English 117: Seminar in Renaissance & 17th Century Literature

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This class examined English writers’ ability to create textual worlds of all sorts by exploring works written in the sixteenth and seventeenth centuries, periods marked by religious controversy, exploration and scientific discovery, foreign and civil war, and the flourishing of literary culture. English writers in the period were deeply invested in writing about the virtues of their own country. The period’s literature often extols the qualities that made England different from (and, in their minds, superior to) other places. Creating their own versions of this nation in literary texts, they fashioned grand utopias and peopled their rich landscapes with beautiful fairy queens, fierce dragons, and brave knights. But they were not simply content to think about England and earth; they were also fascinated by the prospect of other worlds––and different forms of government––outside of both. In addition to glorifying the English nation, then, they constructed what The Tempest’s Miranda terms “brave new worlds” in Heaven, Hell, and even America. The literary works in which these worlds appear demonstrate the beauty and richness of the human imagination as well as its capacity for fear and cruelty.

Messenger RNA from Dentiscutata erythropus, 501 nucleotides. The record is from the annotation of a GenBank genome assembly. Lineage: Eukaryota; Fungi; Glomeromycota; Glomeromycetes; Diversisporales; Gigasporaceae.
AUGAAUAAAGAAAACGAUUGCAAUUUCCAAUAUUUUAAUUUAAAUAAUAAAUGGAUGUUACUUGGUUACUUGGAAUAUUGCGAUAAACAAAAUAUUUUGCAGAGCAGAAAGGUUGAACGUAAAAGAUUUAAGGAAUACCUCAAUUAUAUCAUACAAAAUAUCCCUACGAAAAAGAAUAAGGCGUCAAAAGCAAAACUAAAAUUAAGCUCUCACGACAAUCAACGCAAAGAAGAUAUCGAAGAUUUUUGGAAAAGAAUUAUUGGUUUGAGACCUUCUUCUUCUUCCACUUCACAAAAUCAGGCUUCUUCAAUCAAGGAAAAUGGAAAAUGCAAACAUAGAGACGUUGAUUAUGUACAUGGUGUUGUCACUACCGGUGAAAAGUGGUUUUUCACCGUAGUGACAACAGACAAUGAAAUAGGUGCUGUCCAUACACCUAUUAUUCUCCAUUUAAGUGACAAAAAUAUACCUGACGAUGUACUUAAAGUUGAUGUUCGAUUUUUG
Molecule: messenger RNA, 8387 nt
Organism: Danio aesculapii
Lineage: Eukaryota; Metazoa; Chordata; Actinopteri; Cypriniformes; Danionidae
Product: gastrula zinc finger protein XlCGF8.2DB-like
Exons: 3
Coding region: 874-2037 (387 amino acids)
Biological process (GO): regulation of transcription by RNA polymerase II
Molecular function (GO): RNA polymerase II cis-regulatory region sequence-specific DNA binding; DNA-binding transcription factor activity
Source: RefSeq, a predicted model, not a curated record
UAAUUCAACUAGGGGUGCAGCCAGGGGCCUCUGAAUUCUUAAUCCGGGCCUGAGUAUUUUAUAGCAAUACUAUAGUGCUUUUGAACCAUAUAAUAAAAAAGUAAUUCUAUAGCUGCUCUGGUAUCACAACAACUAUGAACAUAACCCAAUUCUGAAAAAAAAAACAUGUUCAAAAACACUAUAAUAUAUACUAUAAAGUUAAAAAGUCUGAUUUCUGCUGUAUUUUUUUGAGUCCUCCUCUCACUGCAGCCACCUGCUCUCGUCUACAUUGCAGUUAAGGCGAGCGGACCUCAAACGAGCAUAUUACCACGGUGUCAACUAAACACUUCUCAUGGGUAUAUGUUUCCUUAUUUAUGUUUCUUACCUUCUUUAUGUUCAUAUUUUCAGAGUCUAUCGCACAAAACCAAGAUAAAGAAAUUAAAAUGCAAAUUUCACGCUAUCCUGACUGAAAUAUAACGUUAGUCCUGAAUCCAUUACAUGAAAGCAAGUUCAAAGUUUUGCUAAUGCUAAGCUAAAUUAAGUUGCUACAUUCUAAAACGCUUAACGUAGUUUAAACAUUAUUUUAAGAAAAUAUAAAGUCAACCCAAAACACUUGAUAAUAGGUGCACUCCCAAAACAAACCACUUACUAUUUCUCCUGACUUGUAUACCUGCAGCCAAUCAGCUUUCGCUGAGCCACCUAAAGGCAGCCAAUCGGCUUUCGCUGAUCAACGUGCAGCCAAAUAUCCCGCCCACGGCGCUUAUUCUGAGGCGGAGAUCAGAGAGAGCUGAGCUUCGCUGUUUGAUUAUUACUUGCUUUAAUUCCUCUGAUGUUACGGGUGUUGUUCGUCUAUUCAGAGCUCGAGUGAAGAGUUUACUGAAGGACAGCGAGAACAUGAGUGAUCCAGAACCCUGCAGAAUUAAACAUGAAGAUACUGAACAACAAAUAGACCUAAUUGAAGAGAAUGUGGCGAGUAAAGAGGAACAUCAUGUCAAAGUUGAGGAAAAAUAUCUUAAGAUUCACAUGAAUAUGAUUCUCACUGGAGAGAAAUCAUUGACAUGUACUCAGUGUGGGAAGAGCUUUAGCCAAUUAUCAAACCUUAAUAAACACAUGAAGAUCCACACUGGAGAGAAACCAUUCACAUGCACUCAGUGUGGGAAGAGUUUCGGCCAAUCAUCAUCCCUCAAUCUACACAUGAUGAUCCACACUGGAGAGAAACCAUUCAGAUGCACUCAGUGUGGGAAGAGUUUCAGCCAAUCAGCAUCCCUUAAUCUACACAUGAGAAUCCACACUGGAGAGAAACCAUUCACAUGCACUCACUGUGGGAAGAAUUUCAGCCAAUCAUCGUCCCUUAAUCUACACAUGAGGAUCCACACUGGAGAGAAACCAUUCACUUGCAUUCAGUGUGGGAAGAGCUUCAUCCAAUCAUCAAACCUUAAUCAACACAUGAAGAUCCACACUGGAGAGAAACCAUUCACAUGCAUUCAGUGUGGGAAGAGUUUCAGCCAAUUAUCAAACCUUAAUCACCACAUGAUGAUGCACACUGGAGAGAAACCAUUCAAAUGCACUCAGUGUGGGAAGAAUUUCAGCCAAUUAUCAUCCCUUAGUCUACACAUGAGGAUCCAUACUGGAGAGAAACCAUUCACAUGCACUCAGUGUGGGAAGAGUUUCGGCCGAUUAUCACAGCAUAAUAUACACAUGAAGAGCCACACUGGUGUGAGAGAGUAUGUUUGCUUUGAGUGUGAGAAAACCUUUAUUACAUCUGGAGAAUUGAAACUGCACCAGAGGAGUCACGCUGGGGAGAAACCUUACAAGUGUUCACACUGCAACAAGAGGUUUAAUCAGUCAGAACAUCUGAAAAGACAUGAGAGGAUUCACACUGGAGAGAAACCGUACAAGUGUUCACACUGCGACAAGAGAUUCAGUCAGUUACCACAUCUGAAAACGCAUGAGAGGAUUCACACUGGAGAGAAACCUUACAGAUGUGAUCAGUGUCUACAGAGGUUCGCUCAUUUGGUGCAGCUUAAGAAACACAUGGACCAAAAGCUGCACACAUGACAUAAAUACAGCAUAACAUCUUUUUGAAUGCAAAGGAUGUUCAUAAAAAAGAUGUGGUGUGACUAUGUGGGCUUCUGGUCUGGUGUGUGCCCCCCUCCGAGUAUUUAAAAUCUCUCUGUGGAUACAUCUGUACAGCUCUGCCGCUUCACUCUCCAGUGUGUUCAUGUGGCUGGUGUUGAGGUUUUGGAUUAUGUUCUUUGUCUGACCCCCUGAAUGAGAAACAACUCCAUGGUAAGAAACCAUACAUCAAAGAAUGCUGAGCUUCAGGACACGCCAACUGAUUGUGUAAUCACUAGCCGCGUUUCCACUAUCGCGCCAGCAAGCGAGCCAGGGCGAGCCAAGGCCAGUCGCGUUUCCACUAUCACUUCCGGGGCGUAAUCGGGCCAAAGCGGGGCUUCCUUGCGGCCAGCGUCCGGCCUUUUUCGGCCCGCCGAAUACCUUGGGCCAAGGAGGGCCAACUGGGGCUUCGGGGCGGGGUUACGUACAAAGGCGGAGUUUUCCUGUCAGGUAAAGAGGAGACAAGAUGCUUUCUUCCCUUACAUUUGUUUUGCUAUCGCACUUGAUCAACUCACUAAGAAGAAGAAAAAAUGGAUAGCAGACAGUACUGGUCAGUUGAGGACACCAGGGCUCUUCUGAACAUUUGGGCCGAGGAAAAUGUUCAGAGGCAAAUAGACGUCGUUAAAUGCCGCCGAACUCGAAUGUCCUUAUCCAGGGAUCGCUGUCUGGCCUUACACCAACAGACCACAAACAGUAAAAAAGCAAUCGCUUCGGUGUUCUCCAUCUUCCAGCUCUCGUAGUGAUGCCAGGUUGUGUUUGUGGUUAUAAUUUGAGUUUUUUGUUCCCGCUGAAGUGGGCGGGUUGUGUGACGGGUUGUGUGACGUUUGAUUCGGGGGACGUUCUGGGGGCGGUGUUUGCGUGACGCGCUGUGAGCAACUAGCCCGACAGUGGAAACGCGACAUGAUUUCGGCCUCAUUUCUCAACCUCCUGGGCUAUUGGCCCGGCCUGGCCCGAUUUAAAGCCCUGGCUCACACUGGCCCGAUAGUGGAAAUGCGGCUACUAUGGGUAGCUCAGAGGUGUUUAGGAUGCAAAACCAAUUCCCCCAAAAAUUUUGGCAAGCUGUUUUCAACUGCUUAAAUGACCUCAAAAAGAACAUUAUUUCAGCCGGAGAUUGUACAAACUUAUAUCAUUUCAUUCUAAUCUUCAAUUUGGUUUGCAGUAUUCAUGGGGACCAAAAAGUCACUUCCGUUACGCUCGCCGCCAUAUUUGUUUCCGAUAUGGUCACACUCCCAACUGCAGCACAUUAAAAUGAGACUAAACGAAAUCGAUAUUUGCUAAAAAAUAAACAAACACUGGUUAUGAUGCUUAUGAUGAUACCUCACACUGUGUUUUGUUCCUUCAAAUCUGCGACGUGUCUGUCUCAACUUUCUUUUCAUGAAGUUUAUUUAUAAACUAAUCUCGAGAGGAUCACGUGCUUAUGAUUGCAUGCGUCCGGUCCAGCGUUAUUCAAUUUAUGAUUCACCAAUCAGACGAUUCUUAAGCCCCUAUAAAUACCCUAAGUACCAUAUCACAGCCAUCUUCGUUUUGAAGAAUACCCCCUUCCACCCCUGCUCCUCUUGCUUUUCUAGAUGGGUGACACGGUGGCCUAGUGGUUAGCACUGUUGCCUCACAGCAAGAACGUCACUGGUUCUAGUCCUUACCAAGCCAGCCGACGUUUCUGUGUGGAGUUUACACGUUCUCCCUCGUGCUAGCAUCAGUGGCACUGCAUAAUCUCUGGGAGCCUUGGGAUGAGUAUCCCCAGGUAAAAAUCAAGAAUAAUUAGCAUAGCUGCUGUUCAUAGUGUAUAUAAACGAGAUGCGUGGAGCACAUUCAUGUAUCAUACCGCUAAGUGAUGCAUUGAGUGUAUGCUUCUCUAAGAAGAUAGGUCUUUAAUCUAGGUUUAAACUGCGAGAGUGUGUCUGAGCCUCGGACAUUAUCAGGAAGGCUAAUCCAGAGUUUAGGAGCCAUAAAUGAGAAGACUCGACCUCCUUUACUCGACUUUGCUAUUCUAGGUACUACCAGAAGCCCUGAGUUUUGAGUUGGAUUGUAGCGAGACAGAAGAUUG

Our readings covered a wide variety of works from the 16th including Thomas More’s Utopia (1516), Book I (and in one section, some of Book III) of Edmund Spenser’s The Faerie Queene (1596), and Sir Walter Raleigh’s The Discovery of the Large, Rich, and Beautiful Empire of Guiana (1595). Shifting into the 17th century, we read poems by Andrew Marvell, Katherine Phillips and John Donne, as well as Book 1 and Book 9 of John Milton’s Paradise Lost (1667) and Margaret Cavendish’s The Description of New World Called The Blazing World (1666). We also read accounts by English travelers in Europe and the Mediterranean, and by English colonists in the Americas and Ireland. Students wrote short, weekly close reading assignments called “5-on-2s” (five sentences on two elements or units of analysis–two words, two lines, two metaphors) as well as several longer responses to the course material in class meetings. In order to fulfill am HCLAS objective assigned to the course, they also gave oral presentations and developed, in collaboration, a rubric for assessing the strength of their oral communication skills. In addition to three major exams, students completed a take-home final exam, two essay questions that required them to incorporate at least ten works from the class into analyses on broad and narrow topics.

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